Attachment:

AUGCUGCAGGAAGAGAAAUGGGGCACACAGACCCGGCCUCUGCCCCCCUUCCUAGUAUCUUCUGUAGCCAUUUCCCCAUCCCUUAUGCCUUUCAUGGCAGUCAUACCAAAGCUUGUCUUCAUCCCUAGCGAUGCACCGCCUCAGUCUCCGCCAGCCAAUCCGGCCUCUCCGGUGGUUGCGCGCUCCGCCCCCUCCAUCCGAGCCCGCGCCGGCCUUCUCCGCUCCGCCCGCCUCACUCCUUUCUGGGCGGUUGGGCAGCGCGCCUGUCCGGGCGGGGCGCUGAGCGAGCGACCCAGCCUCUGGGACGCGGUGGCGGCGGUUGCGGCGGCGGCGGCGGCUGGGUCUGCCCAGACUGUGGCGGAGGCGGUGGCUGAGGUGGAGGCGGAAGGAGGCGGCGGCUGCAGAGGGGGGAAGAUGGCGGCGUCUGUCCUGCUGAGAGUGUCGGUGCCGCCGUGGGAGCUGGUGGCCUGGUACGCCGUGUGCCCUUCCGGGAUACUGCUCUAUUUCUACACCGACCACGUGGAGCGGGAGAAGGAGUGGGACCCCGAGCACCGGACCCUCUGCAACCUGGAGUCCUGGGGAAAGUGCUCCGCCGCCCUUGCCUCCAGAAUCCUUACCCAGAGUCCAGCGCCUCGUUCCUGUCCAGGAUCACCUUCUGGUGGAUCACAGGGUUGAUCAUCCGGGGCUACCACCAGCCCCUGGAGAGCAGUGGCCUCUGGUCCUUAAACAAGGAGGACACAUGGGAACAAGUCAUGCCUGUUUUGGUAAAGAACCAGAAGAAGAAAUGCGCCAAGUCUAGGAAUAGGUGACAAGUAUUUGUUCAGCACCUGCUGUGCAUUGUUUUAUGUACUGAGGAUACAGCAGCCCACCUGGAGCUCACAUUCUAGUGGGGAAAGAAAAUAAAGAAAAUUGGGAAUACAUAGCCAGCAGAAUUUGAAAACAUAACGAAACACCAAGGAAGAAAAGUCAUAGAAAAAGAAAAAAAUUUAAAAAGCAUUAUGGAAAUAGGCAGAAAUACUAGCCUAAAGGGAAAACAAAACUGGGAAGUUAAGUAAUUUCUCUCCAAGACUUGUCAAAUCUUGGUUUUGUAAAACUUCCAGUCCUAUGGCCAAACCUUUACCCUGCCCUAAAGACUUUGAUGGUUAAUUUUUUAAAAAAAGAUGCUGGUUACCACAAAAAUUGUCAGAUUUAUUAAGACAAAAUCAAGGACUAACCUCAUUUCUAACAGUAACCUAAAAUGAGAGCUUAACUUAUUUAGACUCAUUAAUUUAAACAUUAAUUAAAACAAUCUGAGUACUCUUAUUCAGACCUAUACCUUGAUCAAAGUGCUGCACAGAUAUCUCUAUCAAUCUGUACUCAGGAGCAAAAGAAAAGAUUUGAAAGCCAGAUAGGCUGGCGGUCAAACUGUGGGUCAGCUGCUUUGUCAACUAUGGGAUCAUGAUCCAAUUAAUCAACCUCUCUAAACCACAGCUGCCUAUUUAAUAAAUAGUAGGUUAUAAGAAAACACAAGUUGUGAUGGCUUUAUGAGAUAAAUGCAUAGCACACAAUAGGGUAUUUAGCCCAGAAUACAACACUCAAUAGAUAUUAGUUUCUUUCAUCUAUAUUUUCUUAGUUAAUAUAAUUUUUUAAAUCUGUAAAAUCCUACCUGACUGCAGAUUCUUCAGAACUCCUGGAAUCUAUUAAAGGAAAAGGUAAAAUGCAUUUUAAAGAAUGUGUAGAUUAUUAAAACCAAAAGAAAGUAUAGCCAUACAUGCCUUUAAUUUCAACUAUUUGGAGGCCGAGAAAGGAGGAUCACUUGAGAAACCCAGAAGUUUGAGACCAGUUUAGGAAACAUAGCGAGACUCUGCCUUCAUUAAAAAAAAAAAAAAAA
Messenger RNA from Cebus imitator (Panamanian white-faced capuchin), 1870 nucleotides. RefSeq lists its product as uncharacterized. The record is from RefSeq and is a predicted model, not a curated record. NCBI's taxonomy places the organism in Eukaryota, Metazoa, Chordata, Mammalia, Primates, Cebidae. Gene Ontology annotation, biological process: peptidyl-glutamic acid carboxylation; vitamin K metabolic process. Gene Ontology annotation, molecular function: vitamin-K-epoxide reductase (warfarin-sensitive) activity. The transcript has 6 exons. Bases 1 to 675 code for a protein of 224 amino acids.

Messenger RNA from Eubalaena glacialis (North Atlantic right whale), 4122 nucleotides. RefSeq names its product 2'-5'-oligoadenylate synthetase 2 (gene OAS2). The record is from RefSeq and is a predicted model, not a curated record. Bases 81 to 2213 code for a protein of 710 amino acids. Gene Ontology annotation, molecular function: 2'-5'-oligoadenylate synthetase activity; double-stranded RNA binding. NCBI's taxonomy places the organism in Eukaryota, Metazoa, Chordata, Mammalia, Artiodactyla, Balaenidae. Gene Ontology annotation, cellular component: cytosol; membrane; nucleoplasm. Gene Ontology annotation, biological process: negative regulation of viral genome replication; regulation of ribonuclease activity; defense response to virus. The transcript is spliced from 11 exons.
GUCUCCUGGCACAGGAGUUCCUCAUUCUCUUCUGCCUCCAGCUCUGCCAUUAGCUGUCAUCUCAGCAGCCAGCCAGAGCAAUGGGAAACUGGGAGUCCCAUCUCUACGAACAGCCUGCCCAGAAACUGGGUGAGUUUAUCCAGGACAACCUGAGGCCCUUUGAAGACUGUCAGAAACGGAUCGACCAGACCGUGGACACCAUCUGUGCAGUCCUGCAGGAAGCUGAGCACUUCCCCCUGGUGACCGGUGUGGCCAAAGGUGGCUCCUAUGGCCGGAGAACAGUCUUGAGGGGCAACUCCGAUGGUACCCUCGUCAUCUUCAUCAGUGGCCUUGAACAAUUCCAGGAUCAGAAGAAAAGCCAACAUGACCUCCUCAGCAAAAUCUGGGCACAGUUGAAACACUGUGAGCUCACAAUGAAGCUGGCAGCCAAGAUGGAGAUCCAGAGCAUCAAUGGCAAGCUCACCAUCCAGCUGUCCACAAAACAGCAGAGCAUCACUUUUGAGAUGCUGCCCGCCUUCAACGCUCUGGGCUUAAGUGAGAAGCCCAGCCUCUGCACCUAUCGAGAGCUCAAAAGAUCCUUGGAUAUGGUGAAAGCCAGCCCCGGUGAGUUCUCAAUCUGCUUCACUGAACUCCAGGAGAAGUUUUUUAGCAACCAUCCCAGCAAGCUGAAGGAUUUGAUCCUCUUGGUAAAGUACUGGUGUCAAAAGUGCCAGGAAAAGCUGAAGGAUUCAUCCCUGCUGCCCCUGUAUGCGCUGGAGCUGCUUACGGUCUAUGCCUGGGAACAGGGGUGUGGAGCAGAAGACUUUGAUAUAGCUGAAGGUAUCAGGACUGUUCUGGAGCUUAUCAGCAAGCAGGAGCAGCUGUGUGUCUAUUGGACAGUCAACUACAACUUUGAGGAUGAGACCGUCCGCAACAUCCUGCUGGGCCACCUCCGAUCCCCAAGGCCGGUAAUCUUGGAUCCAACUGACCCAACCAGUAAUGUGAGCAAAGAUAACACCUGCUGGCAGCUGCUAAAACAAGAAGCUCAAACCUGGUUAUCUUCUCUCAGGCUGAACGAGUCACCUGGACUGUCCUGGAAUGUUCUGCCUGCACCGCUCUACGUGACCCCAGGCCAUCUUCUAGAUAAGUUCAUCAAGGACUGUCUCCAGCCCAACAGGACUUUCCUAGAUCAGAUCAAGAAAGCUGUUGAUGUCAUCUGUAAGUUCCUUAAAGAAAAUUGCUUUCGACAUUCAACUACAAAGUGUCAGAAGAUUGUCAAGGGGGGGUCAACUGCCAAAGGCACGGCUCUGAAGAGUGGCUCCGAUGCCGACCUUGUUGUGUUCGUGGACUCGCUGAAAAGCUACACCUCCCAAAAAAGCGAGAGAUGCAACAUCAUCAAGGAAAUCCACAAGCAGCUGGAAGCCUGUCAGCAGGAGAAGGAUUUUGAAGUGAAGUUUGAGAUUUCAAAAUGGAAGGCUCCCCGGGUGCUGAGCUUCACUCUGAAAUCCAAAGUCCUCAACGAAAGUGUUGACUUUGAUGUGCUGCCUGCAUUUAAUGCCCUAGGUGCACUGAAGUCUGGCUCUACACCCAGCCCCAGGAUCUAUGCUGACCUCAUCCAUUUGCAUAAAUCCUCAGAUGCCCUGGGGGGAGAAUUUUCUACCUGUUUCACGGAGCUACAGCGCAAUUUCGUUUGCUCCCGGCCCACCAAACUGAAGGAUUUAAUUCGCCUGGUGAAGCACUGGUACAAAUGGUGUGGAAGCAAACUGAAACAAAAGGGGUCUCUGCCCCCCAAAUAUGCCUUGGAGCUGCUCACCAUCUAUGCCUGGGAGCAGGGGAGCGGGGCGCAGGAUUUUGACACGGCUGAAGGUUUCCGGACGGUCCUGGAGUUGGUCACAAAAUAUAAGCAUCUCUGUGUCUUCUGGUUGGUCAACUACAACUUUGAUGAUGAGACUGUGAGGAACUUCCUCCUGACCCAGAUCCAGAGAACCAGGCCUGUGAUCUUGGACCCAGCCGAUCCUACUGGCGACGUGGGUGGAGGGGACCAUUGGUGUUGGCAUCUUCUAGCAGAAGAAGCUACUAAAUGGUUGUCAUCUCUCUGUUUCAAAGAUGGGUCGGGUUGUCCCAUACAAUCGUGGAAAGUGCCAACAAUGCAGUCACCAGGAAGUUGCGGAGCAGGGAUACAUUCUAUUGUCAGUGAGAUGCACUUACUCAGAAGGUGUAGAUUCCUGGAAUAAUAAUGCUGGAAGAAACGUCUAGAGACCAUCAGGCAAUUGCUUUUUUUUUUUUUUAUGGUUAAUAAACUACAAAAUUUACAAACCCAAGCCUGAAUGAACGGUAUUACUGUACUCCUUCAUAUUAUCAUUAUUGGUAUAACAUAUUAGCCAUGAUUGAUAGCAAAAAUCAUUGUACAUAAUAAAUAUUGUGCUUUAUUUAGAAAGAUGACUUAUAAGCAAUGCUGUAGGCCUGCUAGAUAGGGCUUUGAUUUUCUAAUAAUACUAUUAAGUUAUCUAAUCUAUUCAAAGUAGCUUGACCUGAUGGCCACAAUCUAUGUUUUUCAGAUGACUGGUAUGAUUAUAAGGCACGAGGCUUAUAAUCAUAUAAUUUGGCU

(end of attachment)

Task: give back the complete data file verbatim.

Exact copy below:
AUGCUGCAGGAAGAGAAAUGGGGCACACAGACCCGGCCUCUGCCCCCCUUCCUAGUAUCUUCUGUAGCCAUUUCCCCAUCCCUUAUGCCUUUCAUGGCAGUCAUACCAAAGCUUGUCUUCAUCCCUAGCGAUGCACCGCCUCAGUCUCCGCCAGCCAAUCCGGCCUCUCCGGUGGUUGCGCGCUCCGCCCCCUCCAUCCGAGCCCGCGCCGGCCUUCUCCGCUCCGCCCGCCUCACUCCUUUCUGGGCGGUUGGGCAGCGCGCCUGUCCGGGCGGGGCGCUGAGCGAGCGACCCAGCCUCUGGGACGCGGUGGCGGCGGUUGCGGCGGCGGCGGCGGCUGGGUCUGCCCAGACUGUGGCGGAGGCGGUGGCUGAGGUGGAGGCGGAAGGAGGCGGCGGCUGCAGAGGGGGGAAGAUGGCGGCGUCUGUCCUGCUGAGAGUGUCGGUGCCGCCGUGGGAGCUGGUGGCCUGGUACGCCGUGUGCCCUUCCGGGAUACUGCUCUAUUUCUACACCGACCACGUGGAGCGGGAGAAGGAGUGGGACCCCGAGCACCGGACCCUCUGCAACCUGGAGUCCUGGGGAAAGUGCUCCGCCGCCCUUGCCUCCAGAAUCCUUACCCAGAGUCCAGCGCCUCGUUCCUGUCCAGGAUCACCUUCUGGUGGAUCACAGGGUUGAUCAUCCGGGGCUACCACCAGCCCCUGGAGAGCAGUGGCCUCUGGUCCUUAAACAAGGAGGACACAUGGGAACAAGUCAUGCCUGUUUUGGUAAAGAACCAGAAGAAGAAAUGCGCCAAGUCUAGGAAUAGGUGACAAGUAUUUGUUCAGCACCUGCUGUGCAUUGUUUUAUGUACUGAGGAUACAGCAGCCCACCUGGAGCUCACAUUCUAGUGGGGAAAGAAAAUAAAGAAAAUUGGGAAUACAUAGCCAGCAGAAUUUGAAAACAUAACGAAACACCAAGGAAGAAAAGUCAUAGAAAAAGAAAAAAAUUUAAAAAGCAUUAUGGAAAUAGGCAGAAAUACUAGCCUAAAGGGAAAACAAAACUGGGAAGUUAAGUAAUUUCUCUCCAAGACUUGUCAAAUCUUGGUUUUGUAAAACUUCCAGUCCUAUGGCCAAACCUUUACCCUGCCCUAAAGACUUUGAUGGUUAAUUUUUUAAAAAAAGAUGCUGGUUACCACAAAAAUUGUCAGAUUUAUUAAGACAAAAUCAAGGACUAACCUCAUUUCUAACAGUAACCUAAAAUGAGAGCUUAACUUAUUUAGACUCAUUAAUUUAAACAUUAAUUAAAACAAUCUGAGUACUCUUAUUCAGACCUAUACCUUGAUCAAAGUGCUGCACAGAUAUCUCUAUCAAUCUGUACUCAGGAGCAAAAGAAAAGAUUUGAAAGCCAGAUAGGCUGGCGGUCAAACUGUGGGUCAGCUGCUUUGUCAACUAUGGGAUCAUGAUCCAAUUAAUCAACCUCUCUAAACCACAGCUGCCUAUUUAAUAAAUAGUAGGUUAUAAGAAAACACAAGUUGUGAUGGCUUUAUGAGAUAAAUGCAUAGCACACAAUAGGGUAUUUAGCCCAGAAUACAACACUCAAUAGAUAUUAGUUUCUUUCAUCUAUAUUUUCUUAGUUAAUAUAAUUUUUUAAAUCUGUAAAAUCCUACCUGACUGCAGAUUCUUCAGAACUCCUGGAAUCUAUUAAAGGAAAAGGUAAAAUGCAUUUUAAAGAAUGUGUAGAUUAUUAAAACCAAAAGAAAGUAUAGCCAUACAUGCCUUUAAUUUCAACUAUUUGGAGGCCGAGAAAGGAGGAUCACUUGAGAAACCCAGAAGUUUGAGACCAGUUUAGGAAACAUAGCGAGACUCUGCCUUCAUUAAAAAAAAAAAAAAAA
Messenger RNA from Cebus imitator (Panamanian white-faced capuchin), 1870 nucleotides. RefSeq lists its product as uncharacterized. The record is from RefSeq and is a predicted model, not a curated record. NCBI's taxonomy places the organism in Eukaryota, Metazoa, Chordata, Mammalia, Primates, Cebidae. Gene Ontology annotation, biological process: peptidyl-glutamic acid carboxylation; vitamin K metabolic process. Gene Ontology annotation, molecular function: vitamin-K-epoxide reductase (warfarin-sensitive) activity. The transcript has 6 exons. Bases 1 to 675 code for a protein of 224 amino acids.

Messenger RNA from Eubalaena glacialis (North Atlantic right whale), 4122 nucleotides. RefSeq names its product 2'-5'-oligoadenylate synthetase 2 (gene OAS2). The record is from RefSeq and is a predicted model, not a curated record. Bases 81 to 2213 code for a protein of 710 amino acids. Gene Ontology annotation, molecular function: 2'-5'-oligoadenylate synthetase activity; double-stranded RNA binding. NCBI's taxonomy places the organism in Eukaryota, Metazoa, Chordata, Mammalia, Artiodactyla, Balaenidae. Gene Ontology annotation, cellular component: cytosol; membrane; nucleoplasm. Gene Ontology annotation, biological process: negative regulation of viral genome replication; regulation of ribonuclease activity; defense response to virus. The transcript is spliced from 11 exons.
GUCUCCUGGCACAGGAGUUCCUCAUUCUCUUCUGCCUCCAGCUCUGCCAUUAGCUGUCAUCUCAGCAGCCAGCCAGAGCAAUGGGAAACUGGGAGUCCCAUCUCUACGAACAGCCUGCCCAGAAACUGGGUGAGUUUAUCCAGGACAACCUGAGGCCCUUUGAAGACUGUCAGAAACGGAUCGACCAGACCGUGGACACCAUCUGUGCAGUCCUGCAGGAAGCUGAGCACUUCCCCCUGGUGACCGGUGUGGCCAAAGGUGGCUCCUAUGGCCGGAGAACAGUCUUGAGGGGCAACUCCGAUGGUACCCUCGUCAUCUUCAUCAGUGGCCUUGAACAAUUCCAGGAUCAGAAGAAAAGCCAACAUGACCUCCUCAGCAAAAUCUGGGCACAGUUGAAACACUGUGAGCUCACAAUGAAGCUGGCAGCCAAGAUGGAGAUCCAGAGCAUCAAUGGCAAGCUCACCAUCCAGCUGUCCACAAAACAGCAGAGCAUCACUUUUGAGAUGCUGCCCGCCUUCAACGCUCUGGGCUUAAGUGAGAAGCCCAGCCUCUGCACCUAUCGAGAGCUCAAAAGAUCCUUGGAUAUGGUGAAAGCCAGCCCCGGUGAGUUCUCAAUCUGCUUCACUGAACUCCAGGAGAAGUUUUUUAGCAACCAUCCCAGCAAGCUGAAGGAUUUGAUCCUCUUGGUAAAGUACUGGUGUCAAAAGUGCCAGGAAAAGCUGAAGGAUUCAUCCCUGCUGCCCCUGUAUGCGCUGGAGCUGCUUACGGUCUAUGCCUGGGAACAGGGGUGUGGAGCAGAAGACUUUGAUAUAGCUGAAGGUAUCAGGACUGUUCUGGAGCUUAUCAGCAAGCAGGAGCAGCUGUGUGUCUAUUGGACAGUCAACUACAACUUUGAGGAUGAGACCGUCCGCAACAUCCUGCUGGGCCACCUCCGAUCCCCAAGGCCGGUAAUCUUGGAUCCAACUGACCCAACCAGUAAUGUGAGCAAAGAUAACACCUGCUGGCAGCUGCUAAAACAAGAAGCUCAAACCUGGUUAUCUUCUCUCAGGCUGAACGAGUCACCUGGACUGUCCUGGAAUGUUCUGCCUGCACCGCUCUACGUGACCCCAGGCCAUCUUCUAGAUAAGUUCAUCAAGGACUGUCUCCAGCCCAACAGGACUUUCCUAGAUCAGAUCAAGAAAGCUGUUGAUGUCAUCUGUAAGUUCCUUAAAGAAAAUUGCUUUCGACAUUCAACUACAAAGUGUCAGAAGAUUGUCAAGGGGGGGUCAACUGCCAAAGGCACGGCUCUGAAGAGUGGCUCCGAUGCCGACCUUGUUGUGUUCGUGGACUCGCUGAAAAGCUACACCUCCCAAAAAAGCGAGAGAUGCAACAUCAUCAAGGAAAUCCACAAGCAGCUGGAAGCCUGUCAGCAGGAGAAGGAUUUUGAAGUGAAGUUUGAGAUUUCAAAAUGGAAGGCUCCCCGGGUGCUGAGCUUCACUCUGAAAUCCAAAGUCCUCAACGAAAGUGUUGACUUUGAUGUGCUGCCUGCAUUUAAUGCCCUAGGUGCACUGAAGUCUGGCUCUACACCCAGCCCCAGGAUCUAUGCUGACCUCAUCCAUUUGCAUAAAUCCUCAGAUGCCCUGGGGGGAGAAUUUUCUACCUGUUUCACGGAGCUACAGCGCAAUUUCGUUUGCUCCCGGCCCACCAAACUGAAGGAUUUAAUUCGCCUGGUGAAGCACUGGUACAAAUGGUGUGGAAGCAAACUGAAACAAAAGGGGUCUCUGCCCCCCAAAUAUGCCUUGGAGCUGCUCACCAUCUAUGCCUGGGAGCAGGGGAGCGGGGCGCAGGAUUUUGACACGGCUGAAGGUUUCCGGACGGUCCUGGAGUUGGUCACAAAAUAUAAGCAUCUCUGUGUCUUCUGGUUGGUCAACUACAACUUUGAUGAUGAGACUGUGAGGAACUUCCUCCUGACCCAGAUCCAGAGAACCAGGCCUGUGAUCUUGGACCCAGCCGAUCCUACUGGCGACGUGGGUGGAGGGGACCAUUGGUGUUGGCAUCUUCUAGCAGAAGAAGCUACUAAAUGGUUGUCAUCUCUCUGUUUCAAAGAUGGGUCGGGUUGUCCCAUACAAUCGUGGAAAGUGCCAACAAUGCAGUCACCAGGAAGUUGCGGAGCAGGGAUACAUUCUAUUGUCAGUGAGAUGCACUUACUCAGAAGGUGUAGAUUCCUGGAAUAAUAAUGCUGGAAGAAACGUCUAGAGACCAUCAGGCAAUUGCUUUUUUUUUUUUUUAUGGUUAAUAAACUACAAAAUUUACAAACCCAAGCCUGAAUGAACGGUAUUACUGUACUCCUUCAUAUUAUCAUUAUUGGUAUAACAUAUUAGCCAUGAUUGAUAGCAAAAAUCAUUGUACAUAAUAAAUAUUGUGCUUUAUUUAGAAAGAUGACUUAUAAGCAAUGCUGUAGGCCUGCUAGAUAGGGCUUUGAUUUUCUAAUAAUACUAUUAAGUUAUCUAAUCUAUUCAAAGUAGCUUGACCUGAUGGCCACAAUCUAUGUUUUUCAGAUGACUGGUAUGAUUAUAAGGCACGAGGCUUAUAAUCAUAUAAUUUGGCU